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Identification of Diverse Bartonella Genotypes among Small Mammals from Democratic Republic of Congo and Tanzania

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  • Centers for Disease Control and Prevention, Fort Collins, Colorado; Sokoine University of Agriculture, Morogoro, Tanzania; Veterinary and Agrochemical Research Centre, Brussels, Belgium; University of Antwerp, Antwerp, Belgium; University of Liège, Liège, Belgium

Small mammals from the Democratic Republic (DR) of the Congo and Tanzania were tested to determine the prevalence and genetic diversity of Bartonella species. The presence of Bartonella DNA was assessed in spleen samples of the animals by rpoB- and gltA-polymerase chain reactions (PCRs). By rpoB-PCR, Bartonella was detected in 8 of 59 animals of DR Congo and in 16 of 39 Tanzanian animals. By gltA-PCR, Bartonella was detected in 5 and 15 animals of DR Congo and Tanzania, respectively. The gene sequences from Arvicanthis neumanni were closely related to Bartonella elizabethae. The genotypes from Lophuromys spp. and from Praomys delectorum were close to Bartonella tribocorum. Five genogroups were not genetically related to any known Bartonella species. These results suggest the need to conduct further studies to establish the zoonotic risks linked with those Bartonella species and, in particular, to verify whether these agents might be responsible for human cases of febrile illness of unknown etiology in Africa.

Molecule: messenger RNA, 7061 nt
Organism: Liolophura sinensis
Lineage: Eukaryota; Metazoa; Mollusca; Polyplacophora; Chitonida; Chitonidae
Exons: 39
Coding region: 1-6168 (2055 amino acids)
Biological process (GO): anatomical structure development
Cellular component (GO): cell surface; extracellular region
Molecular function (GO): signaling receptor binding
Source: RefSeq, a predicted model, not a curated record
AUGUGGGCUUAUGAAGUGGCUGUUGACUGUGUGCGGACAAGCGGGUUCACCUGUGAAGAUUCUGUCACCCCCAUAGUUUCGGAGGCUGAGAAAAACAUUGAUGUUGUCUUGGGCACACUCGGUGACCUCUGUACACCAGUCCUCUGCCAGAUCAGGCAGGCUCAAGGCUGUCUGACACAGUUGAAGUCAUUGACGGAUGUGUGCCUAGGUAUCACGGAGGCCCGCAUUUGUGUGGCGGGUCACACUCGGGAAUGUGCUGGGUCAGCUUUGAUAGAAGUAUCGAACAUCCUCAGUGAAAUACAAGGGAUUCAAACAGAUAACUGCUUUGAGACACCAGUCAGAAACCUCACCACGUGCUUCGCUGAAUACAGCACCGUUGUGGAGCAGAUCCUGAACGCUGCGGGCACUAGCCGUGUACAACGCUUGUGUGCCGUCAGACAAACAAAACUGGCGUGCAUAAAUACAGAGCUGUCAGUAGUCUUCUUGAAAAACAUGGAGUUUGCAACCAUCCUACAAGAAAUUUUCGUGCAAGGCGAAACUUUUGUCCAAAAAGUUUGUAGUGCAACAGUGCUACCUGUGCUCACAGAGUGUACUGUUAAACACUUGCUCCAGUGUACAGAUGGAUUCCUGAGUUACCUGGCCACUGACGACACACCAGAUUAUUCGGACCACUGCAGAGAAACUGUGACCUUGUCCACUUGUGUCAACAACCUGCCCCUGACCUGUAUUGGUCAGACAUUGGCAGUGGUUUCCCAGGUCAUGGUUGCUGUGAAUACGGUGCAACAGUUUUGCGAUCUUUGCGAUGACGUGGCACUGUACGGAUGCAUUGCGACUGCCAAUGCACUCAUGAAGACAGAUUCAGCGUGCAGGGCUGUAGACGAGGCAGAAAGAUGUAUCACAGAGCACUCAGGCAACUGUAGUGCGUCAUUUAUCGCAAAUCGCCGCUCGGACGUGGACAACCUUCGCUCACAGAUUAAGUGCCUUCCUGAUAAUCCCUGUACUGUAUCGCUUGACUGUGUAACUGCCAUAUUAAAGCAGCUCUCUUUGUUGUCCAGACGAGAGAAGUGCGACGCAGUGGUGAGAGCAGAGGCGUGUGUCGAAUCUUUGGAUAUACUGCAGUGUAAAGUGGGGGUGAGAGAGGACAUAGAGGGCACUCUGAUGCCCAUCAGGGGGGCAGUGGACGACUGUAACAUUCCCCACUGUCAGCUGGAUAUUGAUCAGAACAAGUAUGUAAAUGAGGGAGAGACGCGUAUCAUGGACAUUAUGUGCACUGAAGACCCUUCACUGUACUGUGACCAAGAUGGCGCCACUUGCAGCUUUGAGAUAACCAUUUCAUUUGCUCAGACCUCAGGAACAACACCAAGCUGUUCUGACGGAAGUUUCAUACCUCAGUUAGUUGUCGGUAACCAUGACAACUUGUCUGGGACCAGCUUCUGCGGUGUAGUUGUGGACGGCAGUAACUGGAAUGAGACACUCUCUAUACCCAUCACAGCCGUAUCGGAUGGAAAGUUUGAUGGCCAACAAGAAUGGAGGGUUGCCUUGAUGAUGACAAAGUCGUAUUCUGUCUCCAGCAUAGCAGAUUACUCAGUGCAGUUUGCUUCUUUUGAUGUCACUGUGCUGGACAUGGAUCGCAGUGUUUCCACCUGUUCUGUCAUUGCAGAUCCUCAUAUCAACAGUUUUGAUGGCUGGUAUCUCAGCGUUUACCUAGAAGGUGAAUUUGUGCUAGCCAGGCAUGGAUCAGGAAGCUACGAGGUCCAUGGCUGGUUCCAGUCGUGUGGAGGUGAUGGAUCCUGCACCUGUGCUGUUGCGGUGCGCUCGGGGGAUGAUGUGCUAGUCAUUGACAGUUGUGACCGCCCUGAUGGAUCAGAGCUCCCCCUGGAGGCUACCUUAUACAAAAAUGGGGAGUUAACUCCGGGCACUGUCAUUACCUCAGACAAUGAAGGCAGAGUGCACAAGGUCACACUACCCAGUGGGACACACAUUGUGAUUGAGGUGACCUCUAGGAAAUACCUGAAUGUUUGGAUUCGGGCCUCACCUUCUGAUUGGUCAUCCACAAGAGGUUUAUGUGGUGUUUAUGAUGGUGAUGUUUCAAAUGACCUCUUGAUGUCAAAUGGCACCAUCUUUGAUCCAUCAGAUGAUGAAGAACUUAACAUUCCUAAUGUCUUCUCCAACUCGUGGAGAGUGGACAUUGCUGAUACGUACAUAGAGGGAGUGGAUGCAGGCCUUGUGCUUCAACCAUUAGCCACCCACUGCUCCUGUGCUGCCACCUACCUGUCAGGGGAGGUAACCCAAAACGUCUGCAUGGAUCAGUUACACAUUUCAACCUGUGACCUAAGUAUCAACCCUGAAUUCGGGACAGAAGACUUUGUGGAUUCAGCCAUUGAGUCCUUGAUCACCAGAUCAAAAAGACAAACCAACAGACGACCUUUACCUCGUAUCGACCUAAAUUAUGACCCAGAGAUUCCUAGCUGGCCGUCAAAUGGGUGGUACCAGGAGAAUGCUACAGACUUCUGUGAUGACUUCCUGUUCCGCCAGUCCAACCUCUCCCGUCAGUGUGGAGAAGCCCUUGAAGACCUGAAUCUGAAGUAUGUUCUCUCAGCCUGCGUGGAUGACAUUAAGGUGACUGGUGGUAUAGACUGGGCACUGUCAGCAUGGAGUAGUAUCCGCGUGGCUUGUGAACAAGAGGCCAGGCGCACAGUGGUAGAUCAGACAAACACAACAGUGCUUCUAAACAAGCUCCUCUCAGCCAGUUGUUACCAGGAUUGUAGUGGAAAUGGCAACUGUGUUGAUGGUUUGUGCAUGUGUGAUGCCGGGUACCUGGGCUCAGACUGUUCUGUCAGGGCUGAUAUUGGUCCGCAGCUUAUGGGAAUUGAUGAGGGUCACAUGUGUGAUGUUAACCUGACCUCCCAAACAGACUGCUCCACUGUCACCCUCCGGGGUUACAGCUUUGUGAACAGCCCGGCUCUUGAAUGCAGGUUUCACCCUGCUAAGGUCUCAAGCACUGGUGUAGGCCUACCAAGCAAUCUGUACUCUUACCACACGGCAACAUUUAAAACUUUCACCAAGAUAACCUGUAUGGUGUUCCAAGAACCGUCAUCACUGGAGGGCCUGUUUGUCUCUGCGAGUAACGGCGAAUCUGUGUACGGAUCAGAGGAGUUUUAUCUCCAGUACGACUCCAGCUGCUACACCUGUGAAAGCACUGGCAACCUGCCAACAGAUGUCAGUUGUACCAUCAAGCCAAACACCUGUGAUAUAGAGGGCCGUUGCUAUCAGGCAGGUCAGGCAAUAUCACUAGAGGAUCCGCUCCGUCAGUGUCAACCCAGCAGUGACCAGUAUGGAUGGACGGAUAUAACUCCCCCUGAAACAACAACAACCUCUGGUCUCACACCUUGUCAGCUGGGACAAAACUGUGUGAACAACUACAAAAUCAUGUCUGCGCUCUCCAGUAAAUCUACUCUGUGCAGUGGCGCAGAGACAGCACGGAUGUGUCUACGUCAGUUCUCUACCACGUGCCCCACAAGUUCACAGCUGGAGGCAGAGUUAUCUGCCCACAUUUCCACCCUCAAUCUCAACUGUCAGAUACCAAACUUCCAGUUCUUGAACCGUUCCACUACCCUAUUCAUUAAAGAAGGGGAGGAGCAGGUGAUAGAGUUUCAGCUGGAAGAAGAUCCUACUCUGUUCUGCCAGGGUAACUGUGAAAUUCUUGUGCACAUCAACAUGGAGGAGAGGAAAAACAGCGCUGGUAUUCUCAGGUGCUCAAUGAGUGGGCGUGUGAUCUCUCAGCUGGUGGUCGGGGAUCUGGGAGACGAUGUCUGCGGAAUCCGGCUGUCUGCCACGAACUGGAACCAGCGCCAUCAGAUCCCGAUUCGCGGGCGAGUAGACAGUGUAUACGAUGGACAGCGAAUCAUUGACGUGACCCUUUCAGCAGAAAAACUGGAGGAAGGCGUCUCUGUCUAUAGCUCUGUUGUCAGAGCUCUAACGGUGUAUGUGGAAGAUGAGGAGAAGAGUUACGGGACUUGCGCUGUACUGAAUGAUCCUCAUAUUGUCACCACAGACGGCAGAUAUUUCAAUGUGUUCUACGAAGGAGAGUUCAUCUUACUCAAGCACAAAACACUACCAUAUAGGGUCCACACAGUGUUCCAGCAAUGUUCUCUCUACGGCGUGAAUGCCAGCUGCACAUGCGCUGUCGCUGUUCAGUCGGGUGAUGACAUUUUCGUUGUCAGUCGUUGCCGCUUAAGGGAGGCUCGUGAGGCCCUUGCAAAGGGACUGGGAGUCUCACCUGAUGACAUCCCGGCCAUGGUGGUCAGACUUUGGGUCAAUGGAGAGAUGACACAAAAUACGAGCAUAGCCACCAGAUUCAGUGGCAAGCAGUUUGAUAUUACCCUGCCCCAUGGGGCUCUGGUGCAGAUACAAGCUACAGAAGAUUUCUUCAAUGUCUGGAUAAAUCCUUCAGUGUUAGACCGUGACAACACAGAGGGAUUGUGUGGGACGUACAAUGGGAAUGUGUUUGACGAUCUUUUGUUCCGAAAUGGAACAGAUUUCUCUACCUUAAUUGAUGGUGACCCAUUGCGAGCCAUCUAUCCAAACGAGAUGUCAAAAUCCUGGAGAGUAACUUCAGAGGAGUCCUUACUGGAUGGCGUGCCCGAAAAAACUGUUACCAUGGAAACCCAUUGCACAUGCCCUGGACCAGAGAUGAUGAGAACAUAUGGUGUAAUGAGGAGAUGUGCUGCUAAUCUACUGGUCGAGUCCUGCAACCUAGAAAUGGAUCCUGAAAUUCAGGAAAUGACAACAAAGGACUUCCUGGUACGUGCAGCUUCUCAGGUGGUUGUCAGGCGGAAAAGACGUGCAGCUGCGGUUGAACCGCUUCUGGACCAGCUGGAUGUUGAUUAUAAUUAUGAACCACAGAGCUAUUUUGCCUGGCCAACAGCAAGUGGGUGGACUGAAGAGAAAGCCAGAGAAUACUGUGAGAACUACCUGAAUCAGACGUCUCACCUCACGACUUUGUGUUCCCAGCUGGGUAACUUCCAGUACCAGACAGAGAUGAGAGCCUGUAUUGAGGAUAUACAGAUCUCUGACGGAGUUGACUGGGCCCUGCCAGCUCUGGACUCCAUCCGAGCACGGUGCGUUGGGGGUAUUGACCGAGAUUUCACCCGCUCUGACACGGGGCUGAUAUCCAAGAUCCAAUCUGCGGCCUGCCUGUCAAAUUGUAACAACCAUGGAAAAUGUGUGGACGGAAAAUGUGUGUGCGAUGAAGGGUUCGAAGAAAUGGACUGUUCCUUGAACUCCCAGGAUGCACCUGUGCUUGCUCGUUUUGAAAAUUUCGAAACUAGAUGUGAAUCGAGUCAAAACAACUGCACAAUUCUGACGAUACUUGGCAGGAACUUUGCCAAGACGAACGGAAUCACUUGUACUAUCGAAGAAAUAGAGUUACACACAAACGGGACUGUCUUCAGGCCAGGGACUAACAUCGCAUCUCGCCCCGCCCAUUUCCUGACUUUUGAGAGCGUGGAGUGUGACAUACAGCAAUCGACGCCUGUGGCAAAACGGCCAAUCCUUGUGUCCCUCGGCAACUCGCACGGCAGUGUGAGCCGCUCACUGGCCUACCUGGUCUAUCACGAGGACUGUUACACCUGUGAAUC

Author Notes

*Address correspondence to Michael Y. Kosoy, Bartonella Laboratory, Division of Vector-Borne Diseases, Centers for Disease Control and Prevention, 3150 Rampart Road, Foothills Research Campus, Fort Collins, CO 80521. E-mail: mck3@cdc.gov

Financial support: This research was supported in part by an appointment to the Emerging Infectious Diseases (EID) Fellowship Program administered by the Association of Public Health Laboratories (APHL) and funded by the Centers for Disease and Control and Prevention (CDC). We wish to acknowledge the financial support from the Belgium funds for Scientific Research (FNRS and FRIA), the University of Antwerp (Belgium), the Sokoine University of Agriculture, Morogoro, Tanzania, and the logistical support from the Pest Management Centre that enabled the scientific expedition to the Rift Valley District of Mbulu in northern Tanzania.

Disclosure: Dr. Gundi was an EID Fellow during 2008–2009. He is working in Bartonella Laboratory, Division of Vector-Borne Infectious Diseases, Centers for Disease Control and Prevention, Fort Collins, Colorado. His research interests include tropical and emerging infectious diseases.

Authors' addresses: Vijay A. K. B. Gundi and Michael Y. Kosoy, Centers for Disease Control and Prevention, Division of Vector-Borne Diseases, Fort Collins, CO, E-mail: mck3@cdc.gov. Rhodes H. Makundi, Sokoine University of Agriculture, Morogoro, Tanzania. Anne Laudisoit, Veterinary and Agrochemical Research Centre, Brussels; University of Antwerp, Antwerp; and University of Liège, Liège, Belgium.

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